Wednesday’s House Republican budget proposal doesn’t help the future look any brighter. It all but ignored last year’s bipartisan agreement in the Budget Control Act, which includes defense cuts of $487 billion over the next 10 years. Instead, the GOP budget restores about $200 billion of that money, increasing President Obama’s fiscal 2013 request by $30 billion to $554 billion.
What makes the situation grim is that legislators from both parties are balking at the reductions in Obama’s fiscal 2013 Defense Department request that are part of the $487 billion, 10-year plan. If Congress can’t take the first step in these defense cuts, how will it ever hit the additional $1.2 trillion of overall reductions before sequestration on Jan. 2?
One proposed fiscal 2013 cut that has drawn the most criticism on Capitol Hill and in the country at large is the Air Force reduction for the Air National Guard. As part of its plan to save $8.7 billion over 10 years, the Air Force proposed cutting 5,500 Air National Guardsmen, with the first 5,100 in fiscal 2013. In addition, 280 Air National Guard aircraft are to be eliminated over the next five years, more than 100 of them in fiscal 2013. Some of the remaining planes would be shifted among air bases.
Under the plan, reductions are to involve Air Guard facilities in 19 states, 12 of which will lose more than 100 personnel. If ever a reduction was expected to cause an uproar in Congress and among the states in an election year, this was it.
The National Governors Association has taken a strong stand against it, as has the Senate National Guard Caucus, headed by Sens. Patrick J. Leahy (D-Vt.) and Lindsey O. Graham (R-S.C.). Both are on the Senate Appropriations Committee, and Graham is on the Armed Services Committee. Days after the Air Guard reductions were announced, Leahy called them “dangerously premature.”
Perhaps more important for the future of the plan were the Air Guard reductions focused on Michigan, the home state of Sen. Carl Levin (D), chairman of the Armed Services panel. The biggest single cut would be to the Air National Guard unit at Selfridge Air National Guard Base, just north of Detroit. The base is scheduled to lose up to 550 military personnel, about one-third of those stationed there. The main reason: The Air Force is removing all 24 A-10 Thunderbolt II air-to-ground, close air support aircraft at the base. Also, the base’s eight KC-135 refueling tankers are to be reduced to four.
If that were not enough for Michigan, the plan also calls for retiring three C-21 cargo and passenger aircraft. Rather than replacing them with four C-27J air cargo planes at Battle Creek Air National Guard Base, the new plan calls for bringing in an MQ-9 unmanned-aircraft unit. However, the drone aircraft would not be housed at the Michigan air base. Only the pilots would operate from there. The drones, to be attached to Africa Command, would be based closer to their area of operations, according to the Air Force.
At an Armed Services panel hearing Tuesday on the Air Force’s fiscal 2013 budget, Levin described the Air Guard reductions as “a very troubling aspect of the budget proposal,” because the “force structure changes, the cuts in manpower and aircraft are falling disproportionately on the Air National Guard.” He never specifically asked about Michigan bases, limiting his questioning to getting an assurance from Air Force Secretary Michael Donley that Defense Secretary Leon E. Panetta would take a look at the situation.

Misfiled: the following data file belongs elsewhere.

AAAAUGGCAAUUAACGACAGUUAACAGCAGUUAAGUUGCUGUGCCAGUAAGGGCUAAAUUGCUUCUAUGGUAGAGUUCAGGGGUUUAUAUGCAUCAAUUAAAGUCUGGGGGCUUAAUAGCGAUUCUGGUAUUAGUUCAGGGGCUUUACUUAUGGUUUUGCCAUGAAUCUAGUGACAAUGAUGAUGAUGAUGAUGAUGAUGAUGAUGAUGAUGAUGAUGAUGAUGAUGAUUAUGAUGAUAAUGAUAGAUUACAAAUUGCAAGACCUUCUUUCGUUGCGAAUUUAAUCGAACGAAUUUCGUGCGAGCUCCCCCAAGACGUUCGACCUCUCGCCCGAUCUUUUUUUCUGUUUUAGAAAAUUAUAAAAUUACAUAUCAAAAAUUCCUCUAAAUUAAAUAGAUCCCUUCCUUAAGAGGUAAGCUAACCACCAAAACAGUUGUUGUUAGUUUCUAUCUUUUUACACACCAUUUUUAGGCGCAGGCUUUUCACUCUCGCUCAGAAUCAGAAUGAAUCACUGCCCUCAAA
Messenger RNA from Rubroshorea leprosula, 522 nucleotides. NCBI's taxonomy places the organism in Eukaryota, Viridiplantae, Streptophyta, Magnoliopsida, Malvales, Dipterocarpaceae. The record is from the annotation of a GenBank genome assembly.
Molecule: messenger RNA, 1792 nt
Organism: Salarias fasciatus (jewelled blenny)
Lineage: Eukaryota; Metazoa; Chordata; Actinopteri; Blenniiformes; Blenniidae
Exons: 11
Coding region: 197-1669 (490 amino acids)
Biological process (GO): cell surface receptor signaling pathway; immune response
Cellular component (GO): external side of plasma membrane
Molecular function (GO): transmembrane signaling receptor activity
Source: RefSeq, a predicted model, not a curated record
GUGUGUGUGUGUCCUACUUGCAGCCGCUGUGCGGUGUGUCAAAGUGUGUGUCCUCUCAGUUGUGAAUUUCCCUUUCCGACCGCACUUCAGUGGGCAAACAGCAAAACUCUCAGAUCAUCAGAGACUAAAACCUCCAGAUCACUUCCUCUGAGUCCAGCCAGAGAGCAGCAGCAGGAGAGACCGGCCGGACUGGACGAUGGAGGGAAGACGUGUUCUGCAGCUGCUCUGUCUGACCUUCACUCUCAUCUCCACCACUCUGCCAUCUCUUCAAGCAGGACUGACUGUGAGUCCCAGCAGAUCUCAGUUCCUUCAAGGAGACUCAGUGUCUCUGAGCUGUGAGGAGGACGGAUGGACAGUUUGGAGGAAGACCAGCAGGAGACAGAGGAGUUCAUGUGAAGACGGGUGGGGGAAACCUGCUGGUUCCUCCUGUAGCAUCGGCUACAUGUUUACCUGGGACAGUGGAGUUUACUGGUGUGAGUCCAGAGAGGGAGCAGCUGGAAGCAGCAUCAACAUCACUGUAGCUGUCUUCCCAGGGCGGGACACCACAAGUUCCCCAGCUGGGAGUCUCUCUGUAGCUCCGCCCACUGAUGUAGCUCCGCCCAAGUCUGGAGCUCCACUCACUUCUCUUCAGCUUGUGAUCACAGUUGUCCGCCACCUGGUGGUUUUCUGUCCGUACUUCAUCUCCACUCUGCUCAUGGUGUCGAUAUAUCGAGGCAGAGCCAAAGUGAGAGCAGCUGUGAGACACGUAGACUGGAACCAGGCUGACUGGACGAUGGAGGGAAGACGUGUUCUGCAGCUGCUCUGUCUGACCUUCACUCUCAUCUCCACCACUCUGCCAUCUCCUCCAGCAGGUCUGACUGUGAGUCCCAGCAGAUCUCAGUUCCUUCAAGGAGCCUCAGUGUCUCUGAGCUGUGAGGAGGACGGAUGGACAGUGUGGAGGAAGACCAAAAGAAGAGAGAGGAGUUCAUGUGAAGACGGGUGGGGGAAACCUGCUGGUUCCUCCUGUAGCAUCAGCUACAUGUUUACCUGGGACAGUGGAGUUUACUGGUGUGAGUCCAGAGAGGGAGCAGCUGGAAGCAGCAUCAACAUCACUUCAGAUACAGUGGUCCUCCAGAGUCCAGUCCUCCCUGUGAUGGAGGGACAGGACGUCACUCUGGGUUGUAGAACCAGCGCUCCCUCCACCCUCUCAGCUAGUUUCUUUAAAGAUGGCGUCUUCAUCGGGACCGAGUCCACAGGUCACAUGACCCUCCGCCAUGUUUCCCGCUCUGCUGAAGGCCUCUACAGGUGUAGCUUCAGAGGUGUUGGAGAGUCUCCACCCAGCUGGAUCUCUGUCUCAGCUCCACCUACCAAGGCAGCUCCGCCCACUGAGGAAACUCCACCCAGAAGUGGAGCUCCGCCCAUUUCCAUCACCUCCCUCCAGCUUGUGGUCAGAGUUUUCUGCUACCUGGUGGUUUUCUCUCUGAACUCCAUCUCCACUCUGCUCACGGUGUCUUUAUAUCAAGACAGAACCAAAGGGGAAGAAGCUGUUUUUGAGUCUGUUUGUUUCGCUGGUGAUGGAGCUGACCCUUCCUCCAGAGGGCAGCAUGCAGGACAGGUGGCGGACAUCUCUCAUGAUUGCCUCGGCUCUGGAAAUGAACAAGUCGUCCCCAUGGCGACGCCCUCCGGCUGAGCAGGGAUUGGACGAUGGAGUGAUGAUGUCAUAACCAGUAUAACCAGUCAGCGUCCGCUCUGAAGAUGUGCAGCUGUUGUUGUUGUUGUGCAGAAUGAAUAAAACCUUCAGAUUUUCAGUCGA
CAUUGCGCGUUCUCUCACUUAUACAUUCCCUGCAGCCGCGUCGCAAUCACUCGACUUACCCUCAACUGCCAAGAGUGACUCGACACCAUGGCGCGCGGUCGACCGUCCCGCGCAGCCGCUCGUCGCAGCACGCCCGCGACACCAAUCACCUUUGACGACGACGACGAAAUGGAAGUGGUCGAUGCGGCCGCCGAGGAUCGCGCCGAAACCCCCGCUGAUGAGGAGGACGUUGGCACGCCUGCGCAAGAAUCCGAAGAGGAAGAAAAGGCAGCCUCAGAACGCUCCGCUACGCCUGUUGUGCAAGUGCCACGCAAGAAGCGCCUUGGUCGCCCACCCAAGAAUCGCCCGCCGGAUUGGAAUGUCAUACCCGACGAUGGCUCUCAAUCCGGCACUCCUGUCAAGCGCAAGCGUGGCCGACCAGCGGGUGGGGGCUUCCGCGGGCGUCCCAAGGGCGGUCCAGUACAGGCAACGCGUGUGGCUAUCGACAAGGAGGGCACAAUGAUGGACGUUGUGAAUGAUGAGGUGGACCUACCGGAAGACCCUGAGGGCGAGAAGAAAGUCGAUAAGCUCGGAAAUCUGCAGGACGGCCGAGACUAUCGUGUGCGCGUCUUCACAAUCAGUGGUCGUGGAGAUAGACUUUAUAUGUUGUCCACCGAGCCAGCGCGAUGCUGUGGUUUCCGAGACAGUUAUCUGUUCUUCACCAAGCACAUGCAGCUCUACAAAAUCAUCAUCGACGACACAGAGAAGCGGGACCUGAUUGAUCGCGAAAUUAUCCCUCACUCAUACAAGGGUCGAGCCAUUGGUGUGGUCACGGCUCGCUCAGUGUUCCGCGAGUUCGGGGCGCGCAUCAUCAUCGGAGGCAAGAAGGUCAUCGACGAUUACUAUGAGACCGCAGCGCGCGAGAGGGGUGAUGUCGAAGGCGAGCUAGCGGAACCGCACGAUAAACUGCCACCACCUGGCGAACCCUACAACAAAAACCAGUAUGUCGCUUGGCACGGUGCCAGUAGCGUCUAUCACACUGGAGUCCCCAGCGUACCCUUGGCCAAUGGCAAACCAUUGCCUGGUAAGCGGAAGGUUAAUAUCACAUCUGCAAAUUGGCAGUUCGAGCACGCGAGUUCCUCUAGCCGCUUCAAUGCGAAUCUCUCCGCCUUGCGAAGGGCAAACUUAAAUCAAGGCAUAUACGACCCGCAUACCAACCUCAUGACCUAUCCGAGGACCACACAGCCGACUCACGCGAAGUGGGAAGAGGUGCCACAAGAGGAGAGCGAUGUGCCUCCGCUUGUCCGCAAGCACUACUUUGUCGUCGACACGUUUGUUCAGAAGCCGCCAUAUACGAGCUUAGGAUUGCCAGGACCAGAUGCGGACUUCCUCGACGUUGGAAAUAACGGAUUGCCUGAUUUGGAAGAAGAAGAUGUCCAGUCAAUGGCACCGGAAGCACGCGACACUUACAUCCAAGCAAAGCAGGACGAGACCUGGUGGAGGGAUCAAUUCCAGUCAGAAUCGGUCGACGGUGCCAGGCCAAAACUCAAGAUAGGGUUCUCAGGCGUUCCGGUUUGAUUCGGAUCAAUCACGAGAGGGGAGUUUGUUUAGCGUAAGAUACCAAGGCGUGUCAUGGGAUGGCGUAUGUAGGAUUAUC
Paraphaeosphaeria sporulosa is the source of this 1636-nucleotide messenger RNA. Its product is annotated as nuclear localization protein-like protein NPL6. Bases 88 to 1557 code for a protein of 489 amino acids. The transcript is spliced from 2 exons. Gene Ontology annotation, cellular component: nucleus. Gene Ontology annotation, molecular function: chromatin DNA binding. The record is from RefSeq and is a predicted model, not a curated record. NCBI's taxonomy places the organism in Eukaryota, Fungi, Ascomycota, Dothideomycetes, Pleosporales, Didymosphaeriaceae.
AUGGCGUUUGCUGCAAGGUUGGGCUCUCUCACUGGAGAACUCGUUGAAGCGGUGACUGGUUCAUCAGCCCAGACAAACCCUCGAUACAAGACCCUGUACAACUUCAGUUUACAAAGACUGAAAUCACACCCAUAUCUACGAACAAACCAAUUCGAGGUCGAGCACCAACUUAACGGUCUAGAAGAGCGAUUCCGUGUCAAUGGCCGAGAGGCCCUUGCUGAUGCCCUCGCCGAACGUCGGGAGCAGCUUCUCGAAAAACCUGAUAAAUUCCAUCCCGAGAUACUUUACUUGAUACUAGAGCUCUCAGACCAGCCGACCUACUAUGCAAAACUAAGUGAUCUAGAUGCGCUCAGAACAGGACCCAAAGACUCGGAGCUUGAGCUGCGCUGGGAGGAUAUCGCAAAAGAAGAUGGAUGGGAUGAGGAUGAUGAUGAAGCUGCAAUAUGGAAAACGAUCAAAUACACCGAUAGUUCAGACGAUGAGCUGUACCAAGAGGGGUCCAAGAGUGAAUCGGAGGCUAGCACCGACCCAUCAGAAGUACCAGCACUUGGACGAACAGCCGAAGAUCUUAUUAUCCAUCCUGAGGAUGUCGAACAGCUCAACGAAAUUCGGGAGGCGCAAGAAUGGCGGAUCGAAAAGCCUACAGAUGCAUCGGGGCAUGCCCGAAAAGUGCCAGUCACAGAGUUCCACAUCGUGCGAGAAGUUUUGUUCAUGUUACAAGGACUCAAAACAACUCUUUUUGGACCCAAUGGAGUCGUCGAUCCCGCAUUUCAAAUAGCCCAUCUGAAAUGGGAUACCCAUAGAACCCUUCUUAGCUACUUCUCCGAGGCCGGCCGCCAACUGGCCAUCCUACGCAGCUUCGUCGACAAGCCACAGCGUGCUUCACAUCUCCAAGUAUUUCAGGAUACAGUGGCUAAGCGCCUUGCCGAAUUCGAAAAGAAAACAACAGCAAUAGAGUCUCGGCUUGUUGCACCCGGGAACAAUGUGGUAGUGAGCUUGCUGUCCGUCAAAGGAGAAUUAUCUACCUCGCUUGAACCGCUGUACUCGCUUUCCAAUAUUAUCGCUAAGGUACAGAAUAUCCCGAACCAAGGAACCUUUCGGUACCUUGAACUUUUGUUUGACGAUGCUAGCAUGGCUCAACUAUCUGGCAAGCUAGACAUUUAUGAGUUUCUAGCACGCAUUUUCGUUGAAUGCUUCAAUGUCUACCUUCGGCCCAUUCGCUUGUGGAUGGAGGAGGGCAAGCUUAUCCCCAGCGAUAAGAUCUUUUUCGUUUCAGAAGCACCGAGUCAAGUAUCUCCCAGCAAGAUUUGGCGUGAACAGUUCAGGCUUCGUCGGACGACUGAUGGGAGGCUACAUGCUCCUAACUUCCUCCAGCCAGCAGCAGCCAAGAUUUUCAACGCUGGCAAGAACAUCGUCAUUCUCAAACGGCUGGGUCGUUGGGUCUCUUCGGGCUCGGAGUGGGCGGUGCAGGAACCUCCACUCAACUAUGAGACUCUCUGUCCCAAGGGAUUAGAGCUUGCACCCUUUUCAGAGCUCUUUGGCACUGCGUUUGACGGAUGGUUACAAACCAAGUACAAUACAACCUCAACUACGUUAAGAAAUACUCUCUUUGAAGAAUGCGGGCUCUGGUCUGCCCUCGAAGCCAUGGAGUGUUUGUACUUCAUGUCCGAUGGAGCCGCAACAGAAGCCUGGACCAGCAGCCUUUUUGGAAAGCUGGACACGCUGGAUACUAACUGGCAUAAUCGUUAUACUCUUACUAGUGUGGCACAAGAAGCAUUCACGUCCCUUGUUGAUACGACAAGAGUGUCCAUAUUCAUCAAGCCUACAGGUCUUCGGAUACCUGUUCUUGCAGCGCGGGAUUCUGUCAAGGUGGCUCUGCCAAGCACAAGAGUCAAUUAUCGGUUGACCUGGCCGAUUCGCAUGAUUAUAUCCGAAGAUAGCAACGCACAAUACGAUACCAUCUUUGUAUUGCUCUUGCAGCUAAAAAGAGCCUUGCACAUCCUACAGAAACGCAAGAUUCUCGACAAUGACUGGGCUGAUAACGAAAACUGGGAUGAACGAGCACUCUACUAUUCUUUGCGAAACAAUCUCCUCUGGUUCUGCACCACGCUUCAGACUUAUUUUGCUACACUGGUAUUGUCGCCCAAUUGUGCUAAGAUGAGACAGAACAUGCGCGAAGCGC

Sen. Scott Brown (R-Mass.), who is in a tight reelection battle with Democrat Elizabeth Warren, took a different tack. Westover Air Reserve Base in Massachusetts is scheduled to lose 13 full-time civilian employees and four part-time reservists in fiscal 2013, along with eight of its 15 C-5 large transport aircraft. In addition, by 2016, those eight would be upgraded to refurbished C-5Ms.
Brown defended the capability of the Westover reservists and was not satisfied with Air Force Chief of Staff Norton Schwartz’s response that “we will be able to get better utilization out of the C-5M than we did with its predecessor versions of the C-5.” Undeterred, Brown responded, “Isn’t there more value for the dollar, not only on aircraft savings, but keeping crews that are in place forward, doing a great job . . . and not to say anything about the economic impact to Massachusetts, in particular?”
Politics was also at play during the Wednesday markup at the House Budget Committee meeting. Rep. Todd Akin (R-Mo.) said the Obama budget approach would leave the administration “cutting defense when things don’t look peaceful.” He also said defense must be left out of the reconciliation that will be needed to avoid sequestration.
Rep. Todd C. Young (R-Ind.) said that Obama had made defense cuts based on political necessity rather than having it be “strategy-based,” dismissing the Defense Department strategy paper that preceded the presentation of the Pentagon budget. However, he failed to indicate what strategy guided the Republican budget.
Young concluded, taking a phrase from the preamble to the Constitution, that the “highest priority” of government is to “preserve the common defense.” That same preamble also calls for the “People of the United States” to “insure domestic Tranquility” and “promote the general Welfare” as well as “provide for the common defense.”
Let’s hope whatever Congress finally agrees to does all three.
For previous Fine Print columns, go to washingtonpost.com/fedpage.